The Mining Myth: Sustainability and Development
by Binoy Kampmark
May 21, 2013
It has been a fiction that has held sway for a time. Mining booms create trickledown wealth. It is tagged as “sustainable” when it is premised on temporariness. Natural resources work for countries that possess them in abundance. Only on the periphery do we see the sense of foreboding that comes with these assets, be it the murder of such leaders as Patrice Lumumba in the Congo over fears that he might have handed over natural resources to the Soviets, or the fear of becoming a two speed economy, one dangerously reliant on commodity prices and extraction dues.
The latter is particularly relevant to the Australian context. Leaders like proclaiming the country as stable and untouched by the political fractiousness that tends to afflict other countries with similar pools of wealth. These scions of plunder are attempting to give lessons to other countries in the game, which is much like a thief teaching other thieves how best to open a safe in a sustainable, green way. This is the message at the Mining for Development Conference taking place in Sydney over May 20 and May 21.
The conference profile reads like a smooth document on dispute resolution and good governance, a manifesto of promise and environmental equilibrium. Mining, in short, is praiseworthy. It has had its problems, but the guests are keen to follow such standards as the EITI (Extractive Industries Transparency Initiative), the global standard for transparency of revenues from natural resources. And it has the blessings of AusAid, thereby surreptitiously linking aid to developing countries with a noble mining sector. If Coke would sponsor programs on nutrition, this is what it would look like.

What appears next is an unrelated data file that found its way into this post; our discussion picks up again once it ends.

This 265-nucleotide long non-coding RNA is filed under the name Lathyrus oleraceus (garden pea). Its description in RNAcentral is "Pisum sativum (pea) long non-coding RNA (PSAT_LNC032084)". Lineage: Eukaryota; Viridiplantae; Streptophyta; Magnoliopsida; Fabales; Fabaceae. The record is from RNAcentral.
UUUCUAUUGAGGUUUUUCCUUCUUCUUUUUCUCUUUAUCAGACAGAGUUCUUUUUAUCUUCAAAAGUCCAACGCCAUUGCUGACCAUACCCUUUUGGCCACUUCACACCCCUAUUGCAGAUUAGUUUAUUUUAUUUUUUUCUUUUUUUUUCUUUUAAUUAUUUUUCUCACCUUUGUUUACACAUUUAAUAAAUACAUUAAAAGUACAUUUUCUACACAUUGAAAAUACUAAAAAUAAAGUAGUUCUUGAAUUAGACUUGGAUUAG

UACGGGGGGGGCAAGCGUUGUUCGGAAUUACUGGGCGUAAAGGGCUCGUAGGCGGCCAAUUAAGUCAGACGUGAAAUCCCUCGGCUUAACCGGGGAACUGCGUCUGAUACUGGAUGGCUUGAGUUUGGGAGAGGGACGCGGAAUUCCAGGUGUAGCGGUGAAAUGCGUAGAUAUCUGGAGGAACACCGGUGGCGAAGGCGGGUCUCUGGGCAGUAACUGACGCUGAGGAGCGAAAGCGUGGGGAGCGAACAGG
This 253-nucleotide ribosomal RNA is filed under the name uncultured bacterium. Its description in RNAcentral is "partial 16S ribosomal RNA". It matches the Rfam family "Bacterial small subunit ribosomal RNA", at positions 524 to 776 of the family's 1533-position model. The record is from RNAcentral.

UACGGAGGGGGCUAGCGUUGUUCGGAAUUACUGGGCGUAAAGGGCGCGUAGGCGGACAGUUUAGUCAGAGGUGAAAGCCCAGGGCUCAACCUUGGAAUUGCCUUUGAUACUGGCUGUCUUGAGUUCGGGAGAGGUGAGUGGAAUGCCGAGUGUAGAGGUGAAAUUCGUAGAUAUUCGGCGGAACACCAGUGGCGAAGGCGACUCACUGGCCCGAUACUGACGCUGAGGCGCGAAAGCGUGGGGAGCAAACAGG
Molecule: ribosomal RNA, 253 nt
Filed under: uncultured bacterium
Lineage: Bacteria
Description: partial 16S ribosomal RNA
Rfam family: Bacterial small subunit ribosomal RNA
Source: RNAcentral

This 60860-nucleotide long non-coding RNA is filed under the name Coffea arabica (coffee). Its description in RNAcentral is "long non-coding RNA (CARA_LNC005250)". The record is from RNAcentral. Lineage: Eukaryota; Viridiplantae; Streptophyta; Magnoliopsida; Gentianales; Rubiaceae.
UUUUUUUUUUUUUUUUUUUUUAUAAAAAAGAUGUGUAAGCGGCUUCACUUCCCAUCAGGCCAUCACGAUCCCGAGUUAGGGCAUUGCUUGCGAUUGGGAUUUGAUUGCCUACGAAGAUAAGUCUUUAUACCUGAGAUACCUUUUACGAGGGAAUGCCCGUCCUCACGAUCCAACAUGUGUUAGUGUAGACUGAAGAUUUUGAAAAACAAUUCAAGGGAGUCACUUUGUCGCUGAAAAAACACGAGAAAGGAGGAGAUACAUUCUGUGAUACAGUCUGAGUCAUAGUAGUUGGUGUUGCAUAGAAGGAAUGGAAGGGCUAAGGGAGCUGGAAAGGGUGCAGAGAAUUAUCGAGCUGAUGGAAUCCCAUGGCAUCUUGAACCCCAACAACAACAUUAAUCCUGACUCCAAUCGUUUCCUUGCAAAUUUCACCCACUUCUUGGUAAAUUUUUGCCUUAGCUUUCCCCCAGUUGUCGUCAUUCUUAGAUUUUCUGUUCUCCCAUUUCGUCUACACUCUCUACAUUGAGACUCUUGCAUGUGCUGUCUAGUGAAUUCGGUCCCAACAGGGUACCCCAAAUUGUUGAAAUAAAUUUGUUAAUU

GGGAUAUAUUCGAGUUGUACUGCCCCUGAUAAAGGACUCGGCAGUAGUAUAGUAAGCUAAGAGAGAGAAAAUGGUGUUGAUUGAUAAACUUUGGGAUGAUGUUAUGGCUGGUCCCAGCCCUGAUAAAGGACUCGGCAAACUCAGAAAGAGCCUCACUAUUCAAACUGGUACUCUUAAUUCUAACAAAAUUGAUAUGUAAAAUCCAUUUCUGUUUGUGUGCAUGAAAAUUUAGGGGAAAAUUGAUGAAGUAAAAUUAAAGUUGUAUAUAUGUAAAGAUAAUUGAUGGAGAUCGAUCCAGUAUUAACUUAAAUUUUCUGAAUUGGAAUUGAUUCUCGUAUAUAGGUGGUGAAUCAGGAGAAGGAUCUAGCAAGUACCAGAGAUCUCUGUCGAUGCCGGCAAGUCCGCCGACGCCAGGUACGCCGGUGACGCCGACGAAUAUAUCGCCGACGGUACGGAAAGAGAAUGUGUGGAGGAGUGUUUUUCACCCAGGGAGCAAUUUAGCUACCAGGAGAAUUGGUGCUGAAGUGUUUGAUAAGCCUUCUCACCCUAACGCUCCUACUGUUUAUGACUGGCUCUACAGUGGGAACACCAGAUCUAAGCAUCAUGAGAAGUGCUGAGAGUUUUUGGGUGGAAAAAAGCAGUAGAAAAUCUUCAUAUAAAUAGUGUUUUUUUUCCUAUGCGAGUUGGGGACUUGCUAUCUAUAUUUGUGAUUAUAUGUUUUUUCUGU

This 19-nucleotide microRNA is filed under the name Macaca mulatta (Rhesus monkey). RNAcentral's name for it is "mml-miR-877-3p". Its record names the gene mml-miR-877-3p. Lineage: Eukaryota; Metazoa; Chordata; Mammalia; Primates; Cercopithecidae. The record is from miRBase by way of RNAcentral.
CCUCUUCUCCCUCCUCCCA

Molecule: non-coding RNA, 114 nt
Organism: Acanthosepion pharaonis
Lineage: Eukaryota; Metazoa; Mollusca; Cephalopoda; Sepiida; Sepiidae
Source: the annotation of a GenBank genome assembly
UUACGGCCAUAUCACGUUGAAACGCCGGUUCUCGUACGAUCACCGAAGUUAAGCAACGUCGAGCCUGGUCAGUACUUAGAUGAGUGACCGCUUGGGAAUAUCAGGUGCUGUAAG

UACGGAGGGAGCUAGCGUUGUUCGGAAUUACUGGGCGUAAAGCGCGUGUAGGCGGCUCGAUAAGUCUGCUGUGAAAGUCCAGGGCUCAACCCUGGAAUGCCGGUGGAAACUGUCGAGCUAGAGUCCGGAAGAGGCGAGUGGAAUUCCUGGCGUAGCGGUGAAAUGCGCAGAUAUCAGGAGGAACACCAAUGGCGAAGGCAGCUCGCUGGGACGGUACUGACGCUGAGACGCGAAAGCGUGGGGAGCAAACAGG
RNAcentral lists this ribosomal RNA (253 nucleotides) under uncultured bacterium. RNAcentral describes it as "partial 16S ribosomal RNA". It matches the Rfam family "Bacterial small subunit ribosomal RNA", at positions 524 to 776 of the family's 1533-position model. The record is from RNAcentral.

via The Mining Myth: Sustainability and Development | Scoop News.
The Final Countdown
There’s a sharp crack as another four-foot wave hits the shallow boulder/sand reef and rifles off down the line, little explosions of whitewater glistening in the morning sun every few meters as some lucky local tears the smooth wall to pieces. Standing over the action, its deep valleys and high ridges cloaked in a thick dark green forest, lies Mount Karioi.
This is the area known as Raglan, on the North Island of New Zealand’s west coast. The skies are clear and blue, the air so fresh it lifts me up with each breath. The sun, the waves, the bush-clad mountain behind me, the scent of the forest gently drifting down on the offshore breeze, at this moment I feel like there is nowhere else in the world I’d rather be.
Looking out to sea, waiting for the next set, a deep sense of calm settles over the lineup. As we watch the horizon, we notice some dark figures heading around the point in a lazy manner, appearing and disappearing, in rhythm with the long ocean swells marching towards the coast in perfect unison.
These are the popoto, or Maui’s dolphin, that call this area home. Known for their inquisitive nature and playful disposition, they bring a smile to all who see them glide by. I feel a touch of jealousy as I imagine what it would be like to ride a swell with even half the grace or fluid motion that these beautiful creatures of the sea possess.
via The Cleanest Line: The Final Countdown – Kiwis Organizing Against Seabed Mining in New Zealand.